The 4:30 concert session was excellent. Phillip Brunelle's Vocalessence sang an unusual program of music in Spanish, much of it from the New World. Vocalessence sang this program very well. The same was true of the Houston Chamber Choir directed by Robert Simpson They sang a quite difficult program with great skill and a very broad dynamic range. The focus of their program was Dominic DiOrio's kaleidoscopic "A Dome of Many-Coloured Glass" for SATB and marimba. Those of you looking for a fine choral piece with percussion by a rising young composer should definitely look at this piece (published by G. Schirmer catalog #HL 50498607.

Dominic DiOrio

The absolute highlight to me of this conference (other than the War Requiem) was the performance on this session by the Pacific Lutheran University Choir of the West directed by Richard Nance. Here is their program:

Exultate                                 by Brian Galante
When David Heard                  by Thoma Weelkes
Luxuriosa Res                        by Zdenek Lukas
Sept Chansons                       by Francis Poulenc
(three of these were sung)
Northern Light                        by Eriks Esenvalds
So I'll Sing with my Voice        by Dominick Argento

Galante's Exultate was full of prismatic color and energy. This is a very exciting new piece in manuscript by Brian and I would love to hear it again. The choir sang this excellent concert opener with energy and precision. The Weelkes was a perfect contrast, sombre yet still full of wonderful richness. The chansons by Poulenc are filled with potential tuning landmine issues, yet this choir never faltered as they traversed passages which have tripped up many a good choir. The French diction was perfect. Northern Lights was a premiere with the composer in presence all the way over from Europe. This was an amazing piece and utilized tuned water glasses and hand chimes. The texts were creatively assembled (I am sorry I cannot give accurate details of them as I seem to be missing my concert program) and the piece displayed a creative, individual voice, something we all are hoping to hear from composers. Esenvalds has used choir and handbells for concert music before to great effect- I would just hope that he does this only occasionally and not overuse the idea.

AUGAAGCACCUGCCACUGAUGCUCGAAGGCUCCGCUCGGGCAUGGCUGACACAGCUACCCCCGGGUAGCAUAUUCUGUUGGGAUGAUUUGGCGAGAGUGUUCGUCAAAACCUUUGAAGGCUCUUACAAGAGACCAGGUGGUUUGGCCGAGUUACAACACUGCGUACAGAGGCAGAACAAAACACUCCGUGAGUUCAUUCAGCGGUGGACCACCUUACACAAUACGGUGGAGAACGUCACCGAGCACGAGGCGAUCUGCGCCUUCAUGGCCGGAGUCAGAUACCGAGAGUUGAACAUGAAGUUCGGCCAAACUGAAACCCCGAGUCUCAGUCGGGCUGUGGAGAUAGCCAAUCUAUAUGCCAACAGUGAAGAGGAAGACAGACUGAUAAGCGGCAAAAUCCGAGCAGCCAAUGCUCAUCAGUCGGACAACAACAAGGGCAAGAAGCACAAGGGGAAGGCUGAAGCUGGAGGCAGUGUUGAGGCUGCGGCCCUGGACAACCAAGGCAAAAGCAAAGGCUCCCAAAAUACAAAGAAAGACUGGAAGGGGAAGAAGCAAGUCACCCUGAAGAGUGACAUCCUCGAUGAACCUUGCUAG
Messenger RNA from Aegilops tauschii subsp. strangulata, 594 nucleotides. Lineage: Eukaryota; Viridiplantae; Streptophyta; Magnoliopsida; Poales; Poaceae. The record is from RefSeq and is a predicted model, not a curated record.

Brian Galante

Eriks Esenvalds (apparently looking up at King Kong?)

The concert ended with a delightful tune by Argento in the style of an Alice Parker spiritual. As this amazingly varied program ended the audience erupted into wild applause- the conducting was masterful yet never got in the way of the choir or the scores, and the singing was perfection in every detail. Dynamics ranged from a hush to a roar, diction was perfect, tone quality changed from piece to piece, and phrasing was always natural and fluid. I think everyone in the audience knew they had just heard a performance of a lifetime by Nance and the choir. I saw Richard later that night and he indeed called it the highlight of his career!

Richard Nance


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  1. A friend of mine, one of the most respected high school choral conductors in the state of Minnesota, also raved about this performance on Facebook. I was proud to declare myself a graduate of Pacific Lutheran, a 4-year member of the Choir of the West, and the son of one of the former directors of that choir (Gunnar J. Malmin). Olaf Malmin

  2. Paul - I agree with you re: PLU and Richard Nance. I was delighted with their performance and Nance's work with them. It was the best of the conference for me.